Book Review: Multitudinous Heart
by Carlos Drummond de Andrade
translated from the Portuguese by Richard Zenith
Farrar, Straus and Giroux, 2015
Readers old enough to remember Travelling in the Family, a 1986 translation of some works by the great Brazilian poet Carlos Drummond de Andrade, will remember it fondly. It featured a lively selection of the poet’s work, in translations by Elizabeth Bishop, Mark Strand, Thomas Colchie, and Gregory Rabassa, and a fine, informative Introduction, and it served as the first exposure most English-language readers had to the strange, often dreamy brand of modernism Drummond’s work embodies. Those readers will heartily welcome Multitudinous Heart, the generous new edition of Drummond’s work from Farrar, Straus and Giroux, and readers who missed Travelling in the Family will make the acquaintance of this poet. The new volume has a much broader selection from Drummond’s six decades of published work; it’s presented with facing-page Portuguese and an uncredited Introduction presumably by the volume’s translator, Richard Zenith. The Introduction isn’t all that rigorous (“But words, of course, are not just sounds and graphic figures. They stand for things …”), but the translations themselves are clear as glass. Short of learning the Portuguese, this new volume is the closest monoglot readers will yet be brought to Drummond’s art.
It’s at times an odd art, and this volume does a wonderful job of showing its evolution. In “The Lake” from the 1930 volume Some Poetry, for example, the presentation is strictly simple, a back-and-forth incantation (one with a chip on its shoulder, since Drummond came from a landlocked region):
I never saw the sea.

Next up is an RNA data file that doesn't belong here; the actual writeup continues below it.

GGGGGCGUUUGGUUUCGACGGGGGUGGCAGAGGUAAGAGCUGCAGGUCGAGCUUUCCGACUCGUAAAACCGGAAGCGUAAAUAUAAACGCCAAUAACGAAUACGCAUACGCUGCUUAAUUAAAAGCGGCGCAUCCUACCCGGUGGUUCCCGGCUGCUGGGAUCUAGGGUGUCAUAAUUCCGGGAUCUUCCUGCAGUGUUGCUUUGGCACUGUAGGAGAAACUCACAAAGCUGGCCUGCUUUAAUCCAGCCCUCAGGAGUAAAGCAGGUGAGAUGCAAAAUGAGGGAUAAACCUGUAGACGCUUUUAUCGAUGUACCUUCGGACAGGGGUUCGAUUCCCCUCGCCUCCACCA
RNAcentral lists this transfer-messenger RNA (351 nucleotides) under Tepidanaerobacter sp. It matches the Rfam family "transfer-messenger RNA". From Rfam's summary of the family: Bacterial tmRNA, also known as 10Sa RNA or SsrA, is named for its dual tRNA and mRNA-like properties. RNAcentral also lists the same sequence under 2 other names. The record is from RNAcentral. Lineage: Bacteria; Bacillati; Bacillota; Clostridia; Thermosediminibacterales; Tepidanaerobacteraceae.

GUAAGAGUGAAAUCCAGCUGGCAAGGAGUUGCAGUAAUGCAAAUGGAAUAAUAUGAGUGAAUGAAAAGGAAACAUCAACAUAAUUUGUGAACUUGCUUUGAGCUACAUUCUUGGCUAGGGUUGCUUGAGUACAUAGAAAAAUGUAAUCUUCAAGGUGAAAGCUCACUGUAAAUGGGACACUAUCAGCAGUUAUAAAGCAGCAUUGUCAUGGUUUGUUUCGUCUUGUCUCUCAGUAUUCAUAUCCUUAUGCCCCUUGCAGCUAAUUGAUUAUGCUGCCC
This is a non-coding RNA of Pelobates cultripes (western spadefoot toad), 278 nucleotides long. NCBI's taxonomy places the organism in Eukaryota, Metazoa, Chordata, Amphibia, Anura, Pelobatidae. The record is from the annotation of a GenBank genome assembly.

I don’t know if it’s pretty.
I don’t know if it’s rough.
The sea doesn’t matter to me.
I saw the lake.
Yes, the lake.
The lake is large
and also calm.
The rain of colors
from the exploding afternoon (“tarde que explode”)
makes the lake shimmer
makes it a lake painted
by every color.
I never saw the sea.
I saw the lake …
Over a decade later, in 1942’s Jose, we find a wiser and slightly sadder (but also, appealingly, more playful) poet in, for instance, “Sadness in Heaven”:
There’s also a melancholy hour in heaven.
A difficult hour, when souls are seized by doubt (“em que a duvida penetra as almas”)
“Why did I make the world?” God asks himself,
and answers, “I don’t know.”
The angels glare at him,
and feathers fall.
All the hypotheses – grace, eternity, love –
are feathers and fall.
One more feather, and heaven will collapses.
Softly, with no bang to announce
the moment between everything and nothing,
the sadness of God …
It’s in later excerpted volumes that the brilliance securing Drummond’s immortality becomes more obvious, in longer works like “The Table” and the richly sad “The Machine of the World” (both from 1951’s Clear Enigma), and as the poet ages, his lightheartedness becomes more astringent and winning, as in “Chaos in the Bedroom” from 1954’s Farmer in the Clouds:
Reaching the dangerous curve of my fifties
I skidded into this love. How dire!
How sensitive and secret a petal
torments me and makes me synthesize
this flower whose growth is a mystery: love
in the quintessence of the word, and mum
with natural silence, too busy plucking
and loving to accommodate the ambiguous
cloud that dissipates in that object
still hazier than a cloud and more
taboo: the body! The body, the body,
the ultimate truth, that unruly thirst,
and in my bed the wild horse bucks,
thumping the chest of a man in love.
“In the world according to Drummond,” that uncredited new Introduction points out, “everyone is ultimately a misfit, and this shared condition becomes a basis for communion … On rare occasions they find each other; they always keep looking and hoping.” This is a deceptively simple insight, and it effectively lays bare the yearning at the heart of Drummond’s work. Multitudinous Heart is an outstanding calling-card for that work.